SENATE WEEK IN REVIEW: By Senator Robin L. Webb


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FRANKFORT — The General Assembly continued legislative work despite calls for closures across the state due to the COVID-19 outbreak. As of this week, schools, local businesses, and public-facing workplaces that cannot comply with the Centers for Disease Control and Prevention guidelines for social distancing temporarily ceased all in-person operations as a precaution against the spread of the coronavirus.

After much deliberation and discussion, the Kentucky General Assembly decided to do the same and put a pause on the 2020 Regular Session. We will now postpone our legislative work until March 26. With the Capitol building and Annex closed to the public, this is the most sensible option.

These are turbulent times. However, as anxiety-ridden and stressful as this situation is, I assure you we will make it through together if we follow the necessary protocols. The Governor and Cabinet officials are making some tough choices, but these have been the right decisions for the health of our state and our people. They have done an excellent job supplying information and updating citizens on the situation. For the latest information on coronavirus in Kentucky, I advise you to visit

The Senate put forth and passed its two-year budget plan off the floor this week. Its changes to House Bill 352 differ greatly from the plan offered by the House and by the Governor. One significant change is the withholding of funds for the Kentucky Teachers’ Retirement System (KTRS) if cuts are not made to new teachers’ benefits. The proposal would shift the $1.1 billion of KTRS actuarially required contribution (ARC) funds to the Kentucky Employees Retirement System non-hazardous (KERS-NH) over the next biennium if “structural changes” are not made by August 1 of each year. It also provides no funding for retired teacher health insurance for those under the age of 65. Additionally, it would considerably curtail pension funding for quasi-governmental agencies like health departments, regional universities, and mental health centers.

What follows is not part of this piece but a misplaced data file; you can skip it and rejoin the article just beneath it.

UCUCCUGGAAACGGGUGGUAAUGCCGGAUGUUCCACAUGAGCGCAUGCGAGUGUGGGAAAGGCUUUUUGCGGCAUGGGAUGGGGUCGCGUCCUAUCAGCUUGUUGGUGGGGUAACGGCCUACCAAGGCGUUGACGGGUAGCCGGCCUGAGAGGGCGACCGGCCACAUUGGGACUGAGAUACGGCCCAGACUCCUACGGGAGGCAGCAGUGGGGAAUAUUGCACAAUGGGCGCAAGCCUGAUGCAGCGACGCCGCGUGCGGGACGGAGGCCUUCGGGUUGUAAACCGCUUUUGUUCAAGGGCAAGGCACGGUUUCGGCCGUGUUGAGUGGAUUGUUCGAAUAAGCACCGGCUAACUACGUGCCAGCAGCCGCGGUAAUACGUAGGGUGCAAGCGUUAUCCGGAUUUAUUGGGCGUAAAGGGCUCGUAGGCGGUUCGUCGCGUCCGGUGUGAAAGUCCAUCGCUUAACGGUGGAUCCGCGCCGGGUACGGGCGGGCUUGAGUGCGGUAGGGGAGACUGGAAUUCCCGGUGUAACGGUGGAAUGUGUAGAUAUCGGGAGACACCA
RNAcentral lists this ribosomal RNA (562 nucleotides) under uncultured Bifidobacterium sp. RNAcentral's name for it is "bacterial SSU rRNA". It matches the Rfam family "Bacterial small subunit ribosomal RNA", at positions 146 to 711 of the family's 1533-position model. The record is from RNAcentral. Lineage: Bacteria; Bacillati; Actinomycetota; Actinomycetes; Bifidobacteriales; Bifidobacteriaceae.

These numbers may look much different than what the Consensus Forecasting Group originally projected in January. Economic uncertainty looms due to the unforeseen global pandemic that has shaken the markets. I voted no on the Senate version because a pension is a promise and we must honor that. I also believe this budget compromises entities that provide vital services to our citizens, such as our health departments and mental health centers. In a time like this, I find cuts to these entities egregious, and a move that could endanger the health and welfare of many Kentuckians.

The good news is that this is not the final budget. Now, the amended budget bills have been referred to a conference committee comprised of legislative members of both chambers. The conferees will work throughout the postponement to craft a plan both chambers can agree to before we recess for the Governor’s possible vetoesOnce differences are ironed out, the budget will come back to the full Senate for another vote.

I remain hopeful and will continue to fight to protect public education, move our public employee and teacher retirement plans in the right direction, while protecting our most vulnerable citizens, especially during this difficult time. Outside of the budget, there were numerous notable bills that passed in the Senate this week.


Additional bills passed in the Senate this week include: